Clinton at Naval Academy: Snowden leaks pose important questions
Former President Bill Clinton speaks to midshipmen and guests at the U.S. Naval Academy Foreign Affairs Conference on Tuesday, April 8, 2014. The conference features 3 days of discussions of foreign affairs.
ANNAPOLIS, Md. — Former President Bill Clinton told Naval Academy midshipmen on Tuesday that accused National Security Agency leaker Edward Snowden may be an “imperfect messenger,” but he has posed important questions about security, technology and freedom in America.
Clinton said Snowden’s leaked secrets about government surveillance should force future leaders to consider how to balance the use of technology for national security without destroying the liberty “of basically innocent bystanders.”
Speaking before the 4,400-member Brigade of Midshipmen and students from dozens of colleges attending a foreign affairs conference, the former president said technological surveillance must be designed to keep tabs on terrorists and criminals without impeding on the rights of peaceful people — even if it costs more money.
Clinton rejected the notion that America faces an "either-or" choice about privacy and national security.
“Don’t buy into false choices,” he told the midshipmen. “There are enough choices you have to make as it is.”
In his 51-minute speech at the academy’s Alumni Hall, Clinton also spoke about the promise technology holds to give voice to more people, to share stories across the globe. He cited the role of social media in spreading word about political issues in Egypt and the Ukraine.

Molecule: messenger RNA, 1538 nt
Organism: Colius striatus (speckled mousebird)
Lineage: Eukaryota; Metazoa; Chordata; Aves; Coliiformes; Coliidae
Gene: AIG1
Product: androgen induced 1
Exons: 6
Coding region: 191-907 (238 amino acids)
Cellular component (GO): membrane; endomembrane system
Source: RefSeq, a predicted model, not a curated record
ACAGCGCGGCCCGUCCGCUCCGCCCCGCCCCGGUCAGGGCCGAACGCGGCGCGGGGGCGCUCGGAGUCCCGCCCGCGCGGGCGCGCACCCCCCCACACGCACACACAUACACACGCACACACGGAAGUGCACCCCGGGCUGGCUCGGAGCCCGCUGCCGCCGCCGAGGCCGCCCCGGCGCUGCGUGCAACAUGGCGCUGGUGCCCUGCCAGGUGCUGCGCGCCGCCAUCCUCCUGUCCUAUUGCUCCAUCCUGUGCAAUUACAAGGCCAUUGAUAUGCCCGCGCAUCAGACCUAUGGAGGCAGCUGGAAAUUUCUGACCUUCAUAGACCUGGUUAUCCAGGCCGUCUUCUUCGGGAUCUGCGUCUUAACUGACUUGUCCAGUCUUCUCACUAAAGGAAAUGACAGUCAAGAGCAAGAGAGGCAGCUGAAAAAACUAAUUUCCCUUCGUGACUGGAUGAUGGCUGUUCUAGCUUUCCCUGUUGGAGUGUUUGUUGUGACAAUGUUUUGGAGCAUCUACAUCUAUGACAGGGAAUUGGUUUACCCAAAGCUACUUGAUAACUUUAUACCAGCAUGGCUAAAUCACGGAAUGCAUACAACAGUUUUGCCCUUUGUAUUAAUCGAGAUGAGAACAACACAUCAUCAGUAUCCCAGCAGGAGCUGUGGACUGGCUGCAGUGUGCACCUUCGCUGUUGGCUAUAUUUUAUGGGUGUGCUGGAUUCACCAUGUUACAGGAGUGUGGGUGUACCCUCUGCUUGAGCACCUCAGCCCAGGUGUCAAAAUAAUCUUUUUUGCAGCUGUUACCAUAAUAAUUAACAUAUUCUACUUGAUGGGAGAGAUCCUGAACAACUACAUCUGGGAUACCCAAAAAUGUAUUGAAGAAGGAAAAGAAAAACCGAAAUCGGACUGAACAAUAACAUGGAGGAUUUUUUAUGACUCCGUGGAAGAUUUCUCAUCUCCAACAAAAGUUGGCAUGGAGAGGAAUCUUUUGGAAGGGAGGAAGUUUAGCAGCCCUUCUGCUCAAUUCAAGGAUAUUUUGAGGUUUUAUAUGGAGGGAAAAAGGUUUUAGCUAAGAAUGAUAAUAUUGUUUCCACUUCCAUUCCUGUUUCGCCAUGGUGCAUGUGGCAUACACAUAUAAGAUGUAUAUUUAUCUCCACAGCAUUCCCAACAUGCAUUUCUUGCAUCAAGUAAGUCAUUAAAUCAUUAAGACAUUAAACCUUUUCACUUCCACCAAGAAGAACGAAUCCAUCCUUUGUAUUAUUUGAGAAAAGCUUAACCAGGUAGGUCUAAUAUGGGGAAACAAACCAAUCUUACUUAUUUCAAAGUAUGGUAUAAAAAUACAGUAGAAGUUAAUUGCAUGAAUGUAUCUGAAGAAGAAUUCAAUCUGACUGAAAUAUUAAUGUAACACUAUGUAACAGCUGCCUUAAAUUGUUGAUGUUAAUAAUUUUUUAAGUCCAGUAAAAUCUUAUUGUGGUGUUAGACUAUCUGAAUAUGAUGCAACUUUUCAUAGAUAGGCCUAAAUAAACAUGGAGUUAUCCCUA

But technology and social media have a flip side, Clinton said: They can be used by those with ill intent.
“All the technology in the world will just increase both the intensity and scope of empowerment of people who want to bring things together — and the empowerment of people who want to keep things apart,” he said.
Clinton’s speech was the Forrestal Lecture, the centerpiece of the annual Naval Academy Foreign Affairs Conference, which draws 150 midshipmen and other undergraduate students to Annapolis for three days of discussions of foreign affairs. This year’s theme is “Human Security in the Information Age.”
The lecture is named for the late James V. Forrestal, the nation’s first secretary of defense from 1947 until 1949. Forrestal also was secretary of the Navy at the end of World War II and served in the Navy in World War I.
The Forrestal Lecture often draws big-name speakers to Annapolis. In 2012, Hillary Rodham Clinton, then the secretary of state, delivered the lecture.
The former president said he researched past speakers and was most worried about following in his wife’s footsteps. He said he read her speech from two years ago and thought it was better than his. Her response was: “Well, that’s as it should be.”
Other conference speakers this year include retired Air Force Gen. Michael V. Hayden, the former director of the CIA and the NSA; John D. Negroponte, a former ambassador to several countries who is now with a nonprofit security organization; and Marina Kaljurand, Estonia’s ambassador to the United States.